Sexual anhedonia

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Sexual anhedonia, also known as pleasure dissociative orgasmic disorder, is a condition in which an individual cannot feel pleasure from an orgasm. It is thought to be a variant of hypoactive sexual desire disorder.

Overview[edit]

Normally, a human being is able to feel pleasure from an orgasm. Upon reaching a climax, chemicals are released in the brain and motor signals are activated that will cause quick cycles of muscle contraction in the corresponding areas of both males and females. Sometimes, these signals can cause other involuntary muscle contractions such as body movements and vocalization. Finally, during orgasm, upward neural signals go to the cerebral cortex and feelings of intense pleasure are experienced. People who have this disorder are aware of reaching an orgasm, as they can feel the physical effects of it, but they experience very limited or no sort of pleasure.[1]

Causes[edit]

It is thought that people who suffer from this disorder suffer from a dysfunction in the release of the chemical dopamine in the nucleus accumbens, the brain's reward center. This part of the brain is thought to play a role in pleasurable activities, including laughter, addiction, and music. Additionally, it is thought that depression, drug addiction, high levels of prolactin, low testosterone, and uses of certain medications might play a role in inhibiting dopamine. A spinal cord injury or chronic fatigue syndrome might also occasionally cause this disorder.[2] Age may also be a cause of this disorder.[3]

A sudden-onset sexual anhedonia can also be a symptom of sensory neuropathy, which is most commonly the result of pyridoxine toxicity[4] (e.g., from large doses of vitamin B6 supplements). In this case, the sexual dysfunction promptly resolves spontaneously once the B6 supplementation is stopped.

Treatment[edit]

As sexual anhedonia is the source of considerable embarrassment among its sufferers, several treatment methods have been devised to help patients cope. Exploration of psychological factors is one method, which includes exploring past trauma, abuse, and prohibitions in the cultural and religious history of the person. Sex therapy might also be used as a way of helping a sufferer realign and examine his or her expectations of an orgasm. Contributing medical causes must also be ruled out and medications might have to be switched when appropriate. Additionally, blood testing might help determine levels of hormones and other things in the bloodstream that might inhibit pleasure. This condition can also be treated with drugs that increase dopamine, such as oxytocin, along with other drugs. In general, it is recommended that a combination of psychological and physiological treatments should be used to treat the disorder.[5]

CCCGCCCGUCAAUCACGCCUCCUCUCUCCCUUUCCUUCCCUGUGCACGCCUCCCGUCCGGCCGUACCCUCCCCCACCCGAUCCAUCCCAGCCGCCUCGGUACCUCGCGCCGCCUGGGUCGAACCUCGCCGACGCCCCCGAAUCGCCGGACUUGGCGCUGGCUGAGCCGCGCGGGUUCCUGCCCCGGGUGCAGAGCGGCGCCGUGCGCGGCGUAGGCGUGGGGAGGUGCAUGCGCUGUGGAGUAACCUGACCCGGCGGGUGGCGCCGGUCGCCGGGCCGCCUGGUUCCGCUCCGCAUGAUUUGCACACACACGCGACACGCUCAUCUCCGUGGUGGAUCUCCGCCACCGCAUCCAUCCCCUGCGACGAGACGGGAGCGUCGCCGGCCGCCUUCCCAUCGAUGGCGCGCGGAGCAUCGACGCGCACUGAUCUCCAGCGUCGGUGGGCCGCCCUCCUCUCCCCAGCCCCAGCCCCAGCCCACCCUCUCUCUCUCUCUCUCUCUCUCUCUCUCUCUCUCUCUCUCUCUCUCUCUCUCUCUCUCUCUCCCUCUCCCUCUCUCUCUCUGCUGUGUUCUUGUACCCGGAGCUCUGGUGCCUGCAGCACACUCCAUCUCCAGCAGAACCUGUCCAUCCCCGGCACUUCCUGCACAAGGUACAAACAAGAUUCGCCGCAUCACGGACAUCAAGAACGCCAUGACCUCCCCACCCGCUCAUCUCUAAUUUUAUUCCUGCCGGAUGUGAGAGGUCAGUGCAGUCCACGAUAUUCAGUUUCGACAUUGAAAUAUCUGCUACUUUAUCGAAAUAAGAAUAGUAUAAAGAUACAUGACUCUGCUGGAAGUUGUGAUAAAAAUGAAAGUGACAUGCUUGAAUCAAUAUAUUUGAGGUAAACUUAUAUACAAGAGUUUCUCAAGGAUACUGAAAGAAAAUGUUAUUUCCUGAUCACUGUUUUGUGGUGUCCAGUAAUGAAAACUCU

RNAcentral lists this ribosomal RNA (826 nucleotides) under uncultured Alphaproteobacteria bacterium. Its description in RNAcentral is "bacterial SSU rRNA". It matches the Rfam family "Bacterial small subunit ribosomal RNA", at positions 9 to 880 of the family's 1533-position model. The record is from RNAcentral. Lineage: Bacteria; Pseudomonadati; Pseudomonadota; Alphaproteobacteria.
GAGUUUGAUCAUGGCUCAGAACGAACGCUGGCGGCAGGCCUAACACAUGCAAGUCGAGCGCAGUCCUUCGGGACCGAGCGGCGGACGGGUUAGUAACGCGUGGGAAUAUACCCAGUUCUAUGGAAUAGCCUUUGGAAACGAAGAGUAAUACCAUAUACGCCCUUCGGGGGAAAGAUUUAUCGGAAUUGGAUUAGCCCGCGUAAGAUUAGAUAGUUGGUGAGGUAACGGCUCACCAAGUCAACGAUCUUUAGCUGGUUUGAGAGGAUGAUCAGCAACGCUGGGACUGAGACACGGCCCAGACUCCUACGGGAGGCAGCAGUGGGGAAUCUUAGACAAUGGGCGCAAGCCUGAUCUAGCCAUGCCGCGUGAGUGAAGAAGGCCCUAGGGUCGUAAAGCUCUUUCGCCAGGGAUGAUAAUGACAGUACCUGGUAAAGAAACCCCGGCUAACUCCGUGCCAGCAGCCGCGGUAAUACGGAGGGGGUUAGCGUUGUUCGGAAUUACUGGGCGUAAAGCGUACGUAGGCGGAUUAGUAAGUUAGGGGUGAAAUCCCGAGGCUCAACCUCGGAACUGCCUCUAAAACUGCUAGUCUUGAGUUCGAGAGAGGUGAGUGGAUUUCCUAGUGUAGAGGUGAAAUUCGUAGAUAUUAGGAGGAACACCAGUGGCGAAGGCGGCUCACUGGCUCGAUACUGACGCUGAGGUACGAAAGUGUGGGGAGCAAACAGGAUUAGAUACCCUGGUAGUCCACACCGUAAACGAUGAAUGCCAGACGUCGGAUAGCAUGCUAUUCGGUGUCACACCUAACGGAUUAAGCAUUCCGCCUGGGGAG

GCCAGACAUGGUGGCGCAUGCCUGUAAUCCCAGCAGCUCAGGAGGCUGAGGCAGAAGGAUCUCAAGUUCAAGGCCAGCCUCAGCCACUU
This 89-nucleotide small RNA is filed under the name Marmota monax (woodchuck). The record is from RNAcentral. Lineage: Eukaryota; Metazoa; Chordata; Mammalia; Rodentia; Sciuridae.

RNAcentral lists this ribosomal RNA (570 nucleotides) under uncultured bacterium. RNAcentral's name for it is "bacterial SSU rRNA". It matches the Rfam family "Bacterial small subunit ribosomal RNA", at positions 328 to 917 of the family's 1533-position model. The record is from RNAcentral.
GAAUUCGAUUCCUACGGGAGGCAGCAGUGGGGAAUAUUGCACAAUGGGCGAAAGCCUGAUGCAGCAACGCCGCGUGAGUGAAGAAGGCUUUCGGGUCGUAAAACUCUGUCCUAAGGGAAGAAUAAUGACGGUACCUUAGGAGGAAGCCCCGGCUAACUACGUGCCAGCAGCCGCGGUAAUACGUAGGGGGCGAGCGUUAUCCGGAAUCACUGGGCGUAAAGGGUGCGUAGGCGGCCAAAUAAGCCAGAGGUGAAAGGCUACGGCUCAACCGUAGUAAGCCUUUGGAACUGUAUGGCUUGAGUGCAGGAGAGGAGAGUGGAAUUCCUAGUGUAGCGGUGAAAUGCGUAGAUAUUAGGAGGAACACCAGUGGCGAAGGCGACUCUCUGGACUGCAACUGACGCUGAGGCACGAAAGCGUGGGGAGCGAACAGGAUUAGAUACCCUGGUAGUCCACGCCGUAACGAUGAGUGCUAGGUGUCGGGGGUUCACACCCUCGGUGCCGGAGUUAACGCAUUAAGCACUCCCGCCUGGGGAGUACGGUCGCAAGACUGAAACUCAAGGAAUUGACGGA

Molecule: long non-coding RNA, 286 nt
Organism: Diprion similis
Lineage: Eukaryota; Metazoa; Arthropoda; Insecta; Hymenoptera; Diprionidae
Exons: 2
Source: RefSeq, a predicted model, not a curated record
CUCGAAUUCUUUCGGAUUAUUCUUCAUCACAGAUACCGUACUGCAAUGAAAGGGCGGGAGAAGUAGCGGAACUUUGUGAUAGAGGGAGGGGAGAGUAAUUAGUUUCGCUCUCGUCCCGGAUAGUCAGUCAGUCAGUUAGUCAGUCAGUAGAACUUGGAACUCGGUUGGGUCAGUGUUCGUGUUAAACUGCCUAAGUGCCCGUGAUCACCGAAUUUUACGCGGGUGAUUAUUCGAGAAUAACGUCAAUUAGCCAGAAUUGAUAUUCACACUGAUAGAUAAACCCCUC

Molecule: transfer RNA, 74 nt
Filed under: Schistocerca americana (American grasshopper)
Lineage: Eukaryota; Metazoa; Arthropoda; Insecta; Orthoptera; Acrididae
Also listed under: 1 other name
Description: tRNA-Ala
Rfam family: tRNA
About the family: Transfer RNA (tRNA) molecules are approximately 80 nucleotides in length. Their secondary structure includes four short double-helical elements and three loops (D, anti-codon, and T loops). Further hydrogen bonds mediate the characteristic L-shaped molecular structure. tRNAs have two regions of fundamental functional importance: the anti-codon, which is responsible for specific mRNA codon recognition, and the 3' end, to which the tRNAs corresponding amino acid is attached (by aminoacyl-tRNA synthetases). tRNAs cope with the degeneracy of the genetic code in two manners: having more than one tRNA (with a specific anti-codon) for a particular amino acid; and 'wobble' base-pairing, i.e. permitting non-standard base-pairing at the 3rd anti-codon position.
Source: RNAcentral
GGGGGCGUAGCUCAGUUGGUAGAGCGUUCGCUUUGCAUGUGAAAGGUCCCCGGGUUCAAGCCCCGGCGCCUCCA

Other drugs which may be helpful in the treatment of this condition include dopamine agonists, oxytocin, phosphodiesterase type 5 inhibitors, alpha-2 receptor blockers like yohimbine hydrochloride.[6]

See also[edit]

Bibliography[edit]

  • Csoka AB, Bahrick A, Mehtonen OP. Persistent sexual dysfunction after discontinuation of selective serotonin reuptake inhibitors. J Sex Med. 2008 Jan;5(1):227-33.
  • Courtois F, Charvier K, Leriche A, Vézina JG, Côté I, Raymond D, Jacquemin G, Fournier C, Bélanger M. Perceived physiological and orgasmic sensations at ejaculation in spinal cord injured men. J Sex Med. 2008 Oct;5(10):2419-30. Epub 2008 May 7.
  • Soler JM, Previnaire JG, Plante P, Denys P, Chartier-Kastler E. Midodrine improves orgasm in spinal cord-injured men: the effects of autonomic stimulation. J Sex Med. 2008 Dec;5(12):2935-41. Epub 2008 Apr 15.
  • Ishak WW, Berman DS, Peters A. Male anorgasmia treated with oxytocin. J Sex Med. 2008 Apr;5(4):1022-4. Epub 2007 Dec 14.

References[edit]

  1. ^ Perelman, Michael A. (2011). "Anhedonia/PDOD: Overview". The Institute For Sexual Medicine. Retrieved 14 February 2011. 
  2. ^ Perelman, Michael A. (2011). "Anhedonia/PDOD: Causes". The Institute For Sexual Medicine. Retrieved 14 February 2011. 
  3. ^ Comprehensive Textbook of Sexual Medicine By Kar, page 18
  4. ^ http://www.nejm.org/doi/pdf/10.1056/NEJM198308253090801
  5. ^ Perelman, Michael A. (2011). "Anhedonia/PDOD: Treatment". The Institute For Sexual Medicine. Retrieved 14 February 2011. 
  6. ^ Goldstein, Irwin. "Orgasmic Anhedonia/ PDOD: Treatment". The Institute for Sexual Medicine. Retrieved 15 July 2014. 

http://www.sexualmed.org/index.cfm/sexual-health-issues/for-women/orgasmic-anhedonia-pleasure-dissociative-orgasmic-disorder-pdod/treatment/